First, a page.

- U.S. Federal Registration No. 2,456,455 (May 29, 2001) for GLOBAL for CMMs;

- U.S. Registration No. 2,552,216 (March 26, 2002) for PC-DIMS for computer software for CMMs;

- U.S. Registration No. 1,936,478 (Nov. 21, 1995) for the mark ROMER; and

- U.S. Reg. Nos. 1,685,660 (May 5, 1992) and 1,685,106 (May 5, 1992) for the mark SHEFFIELD MEASUREMENT.

Complainants are in the process of registering the following marks:

- U.S. Trademark App. Serial Nos. 78/537,863 and 78/537,926 for HEXAGON METROLOGY;

- U.S. Trademark App. Serial No. 78/572,357, for DISCOVERY for CMMS;

- U.S. Trademark App. Serial No. 78/282,906 for ONE for CMMS; and

- U.S. Trademark App. Serial No. 78/608,895) for LEITZ for CMMS.

Complainants have a number of marks in states other than the United States of America. Such registrations are referenced but not detailed in the Complaint. For example, paragraph 37 of the Complaint alleges, “Hexagon Metrology also owns several international registrations for the BROWN & SHARPE marks, including registrations in the European Union, France, and Italy, among others.” Complainants apparently have international registrations for BS and B&S. See, e.g., UK Reg. No. 308,973 and Switzerland Reg. No. 368,313. Complainants further allege that CTM Registration No. 2,224,087 (March 17, 2004) provides trademark protection for PC-DIMS.

 

5. Parties’ Contentions

A. Complainant

In addition to the granted and pending trademark registrations detailed herein, Complainant alleges that it has common law trademark rights in the following marks as concerns CMM devices and technology:

- HEXAGON METROLOGY, HMS and HEX MET;

- BROWNE & SHARPE;

- BS and B&S;

- CEJ and C.E. JOHANSSON;

- CORDAX;

- DEA;

- DISCOVERY;

- GLOBAL;

- ONE;

- PC-DIMS; and

- LEITZ.

Complainants allege that Respondent is one of their direct economic competitors.

Complainants allege that Respondent knew of each of their common law marks and trademark registrations prior to the registration of each of the Domain Names. This allegation is supported by Respondent’s President’s prior employment by one of Complainants and references acknowledging the trademarks on its website.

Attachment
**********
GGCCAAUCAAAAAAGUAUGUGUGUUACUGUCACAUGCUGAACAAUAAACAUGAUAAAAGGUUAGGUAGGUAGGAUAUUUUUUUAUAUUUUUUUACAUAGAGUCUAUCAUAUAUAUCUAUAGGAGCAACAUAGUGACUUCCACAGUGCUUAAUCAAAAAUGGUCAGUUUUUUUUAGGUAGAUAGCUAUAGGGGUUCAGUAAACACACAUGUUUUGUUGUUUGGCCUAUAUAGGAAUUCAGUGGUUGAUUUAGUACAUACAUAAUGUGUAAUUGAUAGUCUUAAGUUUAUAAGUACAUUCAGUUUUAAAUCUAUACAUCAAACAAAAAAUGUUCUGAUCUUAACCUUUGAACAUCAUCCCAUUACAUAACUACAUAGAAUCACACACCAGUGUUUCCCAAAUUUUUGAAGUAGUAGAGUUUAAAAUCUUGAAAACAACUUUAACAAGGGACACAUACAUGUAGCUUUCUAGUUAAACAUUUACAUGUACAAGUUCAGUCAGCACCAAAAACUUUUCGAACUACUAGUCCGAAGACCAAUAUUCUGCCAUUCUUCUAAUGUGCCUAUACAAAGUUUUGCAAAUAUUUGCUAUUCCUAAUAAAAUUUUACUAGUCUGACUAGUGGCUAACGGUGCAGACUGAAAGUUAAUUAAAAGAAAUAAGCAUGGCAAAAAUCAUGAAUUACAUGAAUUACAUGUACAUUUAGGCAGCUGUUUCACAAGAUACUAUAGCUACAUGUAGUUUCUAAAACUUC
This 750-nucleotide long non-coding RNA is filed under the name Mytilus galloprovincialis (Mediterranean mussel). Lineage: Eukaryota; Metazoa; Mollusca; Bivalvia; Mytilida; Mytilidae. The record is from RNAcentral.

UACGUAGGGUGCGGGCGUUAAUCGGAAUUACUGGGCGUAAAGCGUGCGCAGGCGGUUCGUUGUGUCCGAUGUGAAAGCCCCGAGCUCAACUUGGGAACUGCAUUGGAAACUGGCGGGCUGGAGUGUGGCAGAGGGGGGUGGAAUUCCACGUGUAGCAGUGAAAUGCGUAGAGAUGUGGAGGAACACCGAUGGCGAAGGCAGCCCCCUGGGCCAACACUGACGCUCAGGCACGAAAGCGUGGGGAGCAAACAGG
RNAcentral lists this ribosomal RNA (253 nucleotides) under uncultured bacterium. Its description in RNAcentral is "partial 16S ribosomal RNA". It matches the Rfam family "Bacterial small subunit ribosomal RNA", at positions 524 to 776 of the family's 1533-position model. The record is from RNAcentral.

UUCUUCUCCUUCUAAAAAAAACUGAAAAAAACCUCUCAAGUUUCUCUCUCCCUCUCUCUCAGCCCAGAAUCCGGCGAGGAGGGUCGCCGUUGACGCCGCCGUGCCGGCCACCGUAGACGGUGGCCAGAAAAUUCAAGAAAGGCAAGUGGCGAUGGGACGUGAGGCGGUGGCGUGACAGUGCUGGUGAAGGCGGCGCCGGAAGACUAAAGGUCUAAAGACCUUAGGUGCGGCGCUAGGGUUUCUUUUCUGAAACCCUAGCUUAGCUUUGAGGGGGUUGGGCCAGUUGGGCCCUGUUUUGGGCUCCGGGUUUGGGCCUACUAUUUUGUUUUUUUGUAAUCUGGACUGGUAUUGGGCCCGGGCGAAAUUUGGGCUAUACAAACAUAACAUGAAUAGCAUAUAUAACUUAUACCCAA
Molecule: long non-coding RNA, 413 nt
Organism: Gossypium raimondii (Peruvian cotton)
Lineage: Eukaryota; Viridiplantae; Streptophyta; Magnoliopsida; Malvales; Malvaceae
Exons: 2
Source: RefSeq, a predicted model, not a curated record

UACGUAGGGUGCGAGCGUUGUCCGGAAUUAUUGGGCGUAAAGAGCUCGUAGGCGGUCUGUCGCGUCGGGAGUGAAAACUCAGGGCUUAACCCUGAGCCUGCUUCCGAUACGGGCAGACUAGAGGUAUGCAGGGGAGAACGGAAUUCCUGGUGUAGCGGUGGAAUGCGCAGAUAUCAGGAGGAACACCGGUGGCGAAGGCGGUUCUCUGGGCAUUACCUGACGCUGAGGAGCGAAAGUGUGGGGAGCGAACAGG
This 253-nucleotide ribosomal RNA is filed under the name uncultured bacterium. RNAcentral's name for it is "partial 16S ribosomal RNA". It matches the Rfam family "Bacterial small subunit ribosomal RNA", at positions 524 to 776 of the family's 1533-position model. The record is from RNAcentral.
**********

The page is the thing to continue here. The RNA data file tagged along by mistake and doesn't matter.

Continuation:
Complainants allege that each of the Domain Names is confusingly similar to Complainants’ marks.

Complainants allege that Respondent has no rights or legitimate interests in any of the Domain Names. In particular, Respondent has never been known by any of the Domain Names.

Complainants allege that Respondent registered and used the Domain Names in bad faith. Bad faith is allegedly demonstrated by the facts that: (1) Respondent knew of Complainants’ trademark rights at the time of registration; (2) Respondent has registered and used domain names containing trademarks held by other companies in the CMM field; and (3) most of the Domain Names redirect Internet users to Respondent’s website which sells competing CMM products and services.

Complainants request that the Domain Names be transferred to Hexagon Metrology AB.

B. Respondent

The Respondent did not reply to the Complainants’ contentions.

 

6. Discussion and Findings

In order to succeed in their Complaint the Complainants have the burden of proof in showing that each element within paragraph 4(a) of the Policy is present. These are as follows:

(i) the domain names in dispute are identical or confusingly similar to trademarks or service marks in which the Complainants have rights;

(ii) the Respondent has no rights or legitimate interests in respect of the domain names; and

(iii) the domain names were registered and are being used by the Respondent in bad faith.

Respondent defaulted and did not respond to the Complaint. The Respondent’s default does not automatically result in a decision in favor of the Complainants. Even in the face of such a default, Complainants must establish and carry the burden of proof on each of the three elements identified above with regard to each of the Domain Names. See Brooke Bollea, a.k.a Brooke Hogan v. Robert McGowan, WIPO Case No. D2004-0383. The Panel proceeds to deal with each of these elements in turn.

A. Identical or Confusingly Similar

In reviewing whether each of the Domain Names is identical or confusingly similar to a trademark or service mark in which the Complainant has rights, the Panel has eliminated common elements or words. See, e.g., PepsiCo, Inc. v. PEPSI, SRL (a/k/a P.E.P.S.I.), WIPO Case No. D2003-0696. In the field in which the Complainant and the Respondent compete, “CMM” and “ARM” are common terms referring to “coordinate measuring machine” and “articulated arm.” Such terms were not considered in comparing the Domain Names and relevant marks.